Q & A with Bari Weiss: Exploring various forms of anti-Semitism

Bari Weiss

New York Times columnist Bari Weiss has emerged as a clarion voice in the struggle against anti-Semitism. Her bestselling book, How to Fight Anti-Semitism (Crown Publishing), is an urgent wake up call that lays out the horrifying history of Jew hatred across the centuries, but also provides a succinct and clear-eyed battle plan at a time it is needed most.

Weiss grew up as a member of the Tree of Life Synagogue in Pittsburgh, scene of the mass shooting in October 2018 that killed 11 worshippers.

The CJN interviewed Weiss in Toronto, where she addressed a crowd of 600 at the closing of UJA Federation’s annual campaign.

Your book focuses on what you call the three-headed dragon: anti-Semitism from the far left, the far right and radical Islam. Given the anti-Semitic attacks in December in and around New York, would you now pay closer attention to anti-Semitism coming from the African-American and Latino communities?

That’s a great question. I volunteered the other day that if I were to go back and rewrite the book now, I would add two things: one, a greater examination of what’s going on in Brooklyn. And two, the unbelievable solidarity that was exemplified by the British Jewish community. I always looked down on British Jewry a little more than American Jewry because I saw them as being quietist, and I really find myself not just revising my view, but eating my words.

It’s obvious in the case of the two most lethal attacks, the one in Monsey, and the one in Jersey City, that those were carried out by people who were deeply influenced by the extreme nationalist views of the Black Hebrew Israelites. But we have no idea what’s motivating mostly young Black teenagers who attack Haredi Jews on the streets. The fact of their race doesn’t tell me what’s motivating that person. In the case of Monsey and Jersey City, we can say it was black-nationalism because the attackers wrote it in their diaries, in their Google searches and in their text messages.

Jonathan Greenblatt, head of the Anti-Defamation League, points out that something like 13 per cent of anti-Semitic incidents in the States last year were carried out by white supremacists. Which means that the vast majority were not, and that diffuse, inchoate hate that’s hard to tie directly to an ideological stream is something that is perplexing and very hard to target, because it’s not necessarily driven by ideology.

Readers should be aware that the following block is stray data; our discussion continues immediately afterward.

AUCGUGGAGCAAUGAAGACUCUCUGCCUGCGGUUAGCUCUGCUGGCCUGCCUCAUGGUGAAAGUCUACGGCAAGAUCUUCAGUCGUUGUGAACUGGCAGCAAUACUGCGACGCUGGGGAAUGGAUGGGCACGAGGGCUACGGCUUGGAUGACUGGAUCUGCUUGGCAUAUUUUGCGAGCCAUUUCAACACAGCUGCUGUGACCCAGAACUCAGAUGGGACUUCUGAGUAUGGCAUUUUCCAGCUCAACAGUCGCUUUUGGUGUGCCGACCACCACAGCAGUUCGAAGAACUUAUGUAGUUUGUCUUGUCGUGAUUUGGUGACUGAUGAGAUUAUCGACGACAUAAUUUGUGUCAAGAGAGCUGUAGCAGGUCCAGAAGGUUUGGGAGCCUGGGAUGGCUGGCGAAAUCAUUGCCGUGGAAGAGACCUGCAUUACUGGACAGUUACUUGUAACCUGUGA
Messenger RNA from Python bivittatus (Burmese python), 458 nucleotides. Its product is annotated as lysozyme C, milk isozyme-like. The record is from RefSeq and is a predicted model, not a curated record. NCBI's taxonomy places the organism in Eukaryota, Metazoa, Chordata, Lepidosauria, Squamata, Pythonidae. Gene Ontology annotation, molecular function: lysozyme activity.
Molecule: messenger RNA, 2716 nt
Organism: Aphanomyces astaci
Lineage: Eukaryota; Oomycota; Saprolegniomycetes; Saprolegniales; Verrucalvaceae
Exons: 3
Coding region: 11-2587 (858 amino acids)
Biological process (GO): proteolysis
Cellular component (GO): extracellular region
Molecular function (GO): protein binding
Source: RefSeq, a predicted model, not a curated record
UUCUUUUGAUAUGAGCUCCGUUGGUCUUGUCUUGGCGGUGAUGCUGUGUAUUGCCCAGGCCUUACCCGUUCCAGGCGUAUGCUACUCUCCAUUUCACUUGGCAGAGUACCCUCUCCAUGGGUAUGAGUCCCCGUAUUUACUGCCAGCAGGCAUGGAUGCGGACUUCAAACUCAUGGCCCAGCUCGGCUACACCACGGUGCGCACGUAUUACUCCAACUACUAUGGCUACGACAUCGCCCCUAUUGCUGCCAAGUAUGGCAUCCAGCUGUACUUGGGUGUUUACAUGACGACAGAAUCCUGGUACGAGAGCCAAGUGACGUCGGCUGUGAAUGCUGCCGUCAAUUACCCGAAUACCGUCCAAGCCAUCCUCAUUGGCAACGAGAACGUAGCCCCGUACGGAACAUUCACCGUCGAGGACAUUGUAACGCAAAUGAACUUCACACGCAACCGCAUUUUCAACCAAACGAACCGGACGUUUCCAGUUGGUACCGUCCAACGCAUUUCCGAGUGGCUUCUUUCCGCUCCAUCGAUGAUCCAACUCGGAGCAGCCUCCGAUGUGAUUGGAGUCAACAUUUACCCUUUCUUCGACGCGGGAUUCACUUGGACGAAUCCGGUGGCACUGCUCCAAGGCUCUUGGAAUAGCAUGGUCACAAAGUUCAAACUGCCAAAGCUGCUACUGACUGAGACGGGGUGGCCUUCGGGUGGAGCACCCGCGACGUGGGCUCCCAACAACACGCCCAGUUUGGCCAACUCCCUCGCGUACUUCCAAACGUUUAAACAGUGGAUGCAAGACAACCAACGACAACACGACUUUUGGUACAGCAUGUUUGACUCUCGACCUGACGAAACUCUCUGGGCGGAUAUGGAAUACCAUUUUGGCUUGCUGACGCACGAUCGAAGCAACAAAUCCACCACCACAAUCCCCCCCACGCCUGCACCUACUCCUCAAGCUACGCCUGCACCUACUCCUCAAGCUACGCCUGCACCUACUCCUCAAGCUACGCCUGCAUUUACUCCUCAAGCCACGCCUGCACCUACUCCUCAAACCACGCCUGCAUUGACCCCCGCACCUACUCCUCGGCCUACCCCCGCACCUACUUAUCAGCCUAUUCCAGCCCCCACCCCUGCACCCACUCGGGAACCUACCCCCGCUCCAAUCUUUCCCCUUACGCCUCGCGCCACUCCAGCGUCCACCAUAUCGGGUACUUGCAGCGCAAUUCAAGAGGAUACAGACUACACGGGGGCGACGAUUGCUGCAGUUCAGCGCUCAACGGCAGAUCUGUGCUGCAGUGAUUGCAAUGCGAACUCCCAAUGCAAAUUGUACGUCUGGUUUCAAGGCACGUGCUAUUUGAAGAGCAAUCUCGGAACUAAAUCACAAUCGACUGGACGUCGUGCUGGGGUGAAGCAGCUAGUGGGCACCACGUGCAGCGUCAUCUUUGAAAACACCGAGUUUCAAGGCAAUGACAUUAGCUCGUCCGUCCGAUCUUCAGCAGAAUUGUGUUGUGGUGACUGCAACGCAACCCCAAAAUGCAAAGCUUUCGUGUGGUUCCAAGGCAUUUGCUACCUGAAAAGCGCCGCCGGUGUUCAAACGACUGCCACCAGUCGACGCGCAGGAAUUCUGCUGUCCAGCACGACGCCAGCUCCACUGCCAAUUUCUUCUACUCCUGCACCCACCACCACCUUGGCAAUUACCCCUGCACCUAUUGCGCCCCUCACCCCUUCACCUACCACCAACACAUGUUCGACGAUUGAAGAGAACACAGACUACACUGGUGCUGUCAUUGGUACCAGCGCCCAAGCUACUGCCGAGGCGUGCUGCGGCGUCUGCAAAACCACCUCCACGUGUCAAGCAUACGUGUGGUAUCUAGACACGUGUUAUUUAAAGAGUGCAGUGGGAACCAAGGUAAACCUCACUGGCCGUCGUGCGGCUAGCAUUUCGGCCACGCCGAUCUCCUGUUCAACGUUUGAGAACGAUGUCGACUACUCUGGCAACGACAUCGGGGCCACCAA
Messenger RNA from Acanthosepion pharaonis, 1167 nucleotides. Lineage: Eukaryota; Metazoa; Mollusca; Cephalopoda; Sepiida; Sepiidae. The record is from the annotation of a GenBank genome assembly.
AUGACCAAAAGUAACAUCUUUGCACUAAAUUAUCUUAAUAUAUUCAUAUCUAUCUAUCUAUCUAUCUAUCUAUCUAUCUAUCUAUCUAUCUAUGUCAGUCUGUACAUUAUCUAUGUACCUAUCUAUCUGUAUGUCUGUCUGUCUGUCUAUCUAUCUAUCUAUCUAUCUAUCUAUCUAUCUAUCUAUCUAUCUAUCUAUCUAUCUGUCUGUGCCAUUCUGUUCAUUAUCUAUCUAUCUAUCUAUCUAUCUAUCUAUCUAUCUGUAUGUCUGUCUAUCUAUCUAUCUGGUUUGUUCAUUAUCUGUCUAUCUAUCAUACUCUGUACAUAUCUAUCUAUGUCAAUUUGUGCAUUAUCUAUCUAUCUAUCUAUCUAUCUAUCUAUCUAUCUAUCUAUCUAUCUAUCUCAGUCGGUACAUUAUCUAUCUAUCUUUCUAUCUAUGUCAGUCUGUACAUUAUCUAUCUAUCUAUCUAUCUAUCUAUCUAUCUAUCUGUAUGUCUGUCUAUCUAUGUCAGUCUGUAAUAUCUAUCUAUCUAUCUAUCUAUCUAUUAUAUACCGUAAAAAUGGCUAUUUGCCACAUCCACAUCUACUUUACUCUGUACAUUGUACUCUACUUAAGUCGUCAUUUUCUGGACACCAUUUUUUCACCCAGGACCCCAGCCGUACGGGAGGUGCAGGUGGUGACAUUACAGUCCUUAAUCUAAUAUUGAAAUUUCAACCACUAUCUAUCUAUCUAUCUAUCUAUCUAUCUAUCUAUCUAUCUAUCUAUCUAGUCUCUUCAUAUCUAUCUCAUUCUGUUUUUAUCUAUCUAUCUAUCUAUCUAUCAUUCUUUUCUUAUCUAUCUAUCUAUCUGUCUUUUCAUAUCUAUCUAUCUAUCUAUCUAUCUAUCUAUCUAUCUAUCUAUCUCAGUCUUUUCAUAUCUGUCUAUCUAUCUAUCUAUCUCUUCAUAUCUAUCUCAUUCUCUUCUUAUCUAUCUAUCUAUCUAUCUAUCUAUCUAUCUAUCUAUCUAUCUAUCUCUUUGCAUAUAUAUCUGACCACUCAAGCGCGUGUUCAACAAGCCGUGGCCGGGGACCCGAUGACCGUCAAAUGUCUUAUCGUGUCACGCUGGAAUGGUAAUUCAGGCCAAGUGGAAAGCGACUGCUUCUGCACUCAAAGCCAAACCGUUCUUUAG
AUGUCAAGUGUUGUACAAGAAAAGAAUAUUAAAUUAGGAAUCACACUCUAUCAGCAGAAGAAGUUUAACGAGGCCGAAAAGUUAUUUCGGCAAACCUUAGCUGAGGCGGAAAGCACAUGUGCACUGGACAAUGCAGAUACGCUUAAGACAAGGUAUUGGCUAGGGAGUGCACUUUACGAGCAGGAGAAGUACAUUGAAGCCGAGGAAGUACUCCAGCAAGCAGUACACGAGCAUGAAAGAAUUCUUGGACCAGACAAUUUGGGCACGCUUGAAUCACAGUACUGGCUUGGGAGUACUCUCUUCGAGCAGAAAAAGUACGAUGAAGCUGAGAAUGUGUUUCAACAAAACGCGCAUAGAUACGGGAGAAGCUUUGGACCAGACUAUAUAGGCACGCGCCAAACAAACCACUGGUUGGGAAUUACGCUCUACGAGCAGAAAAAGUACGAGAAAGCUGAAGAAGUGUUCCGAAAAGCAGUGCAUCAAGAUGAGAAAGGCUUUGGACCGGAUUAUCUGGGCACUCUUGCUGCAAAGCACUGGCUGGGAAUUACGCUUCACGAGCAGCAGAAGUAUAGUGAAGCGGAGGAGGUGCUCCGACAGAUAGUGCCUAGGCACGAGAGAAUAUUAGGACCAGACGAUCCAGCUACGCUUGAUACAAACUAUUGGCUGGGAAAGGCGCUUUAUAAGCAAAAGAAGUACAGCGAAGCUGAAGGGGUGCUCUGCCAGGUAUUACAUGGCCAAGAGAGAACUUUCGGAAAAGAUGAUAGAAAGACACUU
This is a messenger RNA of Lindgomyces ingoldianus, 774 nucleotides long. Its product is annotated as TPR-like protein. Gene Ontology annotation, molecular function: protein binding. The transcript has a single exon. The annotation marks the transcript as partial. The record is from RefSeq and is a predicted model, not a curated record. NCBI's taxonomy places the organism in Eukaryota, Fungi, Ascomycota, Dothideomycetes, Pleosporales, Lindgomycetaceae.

You call anti-Semitism from the left more dangerous and insidious than anti-Semitism from other quarters. Is your political slip showing?

[Laughs] I don’t know the last time I wore a slip! Those who accused me of somehow being blind or soft to anti-Semitism from the far right, it baffles me, given the community I come from. And not that those people would know this, but I have very deep ties to people whose lives were shattered by white supremacist violence. It’s a threat that I take very seriously, not least in my own life. Those people really, really hate me. I’m under no illusions that, God forbid, if someone’s going to walk into a synagogue where I’m speaking with a gun, likely that person is going to be from the alt-right.

The people who lodge that accusation are just desperate not to see anti-Semitism in their own precincts. And I’m unwilling to be blind or half blind. And that’s what it seems they want. Because whenever it seems to crop up on the far-left, the excuse making for it or the ignoring of it seems to have no limits.

Do you expect Jewish support for U.S. President Donald Trump to go up in 2020?

I recently asked some Jews in New York, “if it’s Bernie Sanders versus Donald Trump, who are you voting for? How many of you are going to write people in?” In a group of 14, I think 11 hands went up for write-in. I think the problem that I address in the book of political homelessness on the part of American Jewry is going to get more stark, especially if the Democratic candidate is Bernie Sanders. Whether or not that will actually translate into more votes for Donald Trump, I don’t think so. I just don’t think most Jews will go there, and for good reason. But I cannot see them supporting Bernie Sanders if he’s a candidate either.

Do you see differences between anti-Semitism in the U.S. and Canada?

University campus battles seem to be more intense and unhinged here. But you guys are probably less concerned about a crazy Jew-hater walking into Shabbat morning services with a gun because you don’t have, blessedly, the crazy gun policies that we unfortunately have in America.

You end the book on a very positive note, advising Jews to get involved, join a synagogue, express and nurture their Jewish identity. That seems a particular challenge to American Jews, who are experiencing ever-higher levels of assimilation, intermarriage, and lack of identification with Israel.

I think one of the barometers of our success in terms of assimilating into America is also a Jewish failure, meaning something like 70 per cent of non-Orthodox Jews marry outside the tribe, which gives you a sense that the melting pot has worked. But that has also meant that Jewish Americans have melted maybe a bit too much.

What I think is powerful about this moment is the sense that we are increasingly under attack. That has made a lot of people feel as when a schoolyard bully denigrates you or punches you. It makes you want to punch back. It makes you want to defend who you are.

I’m very much in touch with the younger generation of American Jews and I see that process happening in extremely powerful ways. I’m under no illusions that it might be a smaller but more committed core. And I’m OK with that.


This interview has been edited and condensed for style and clarity.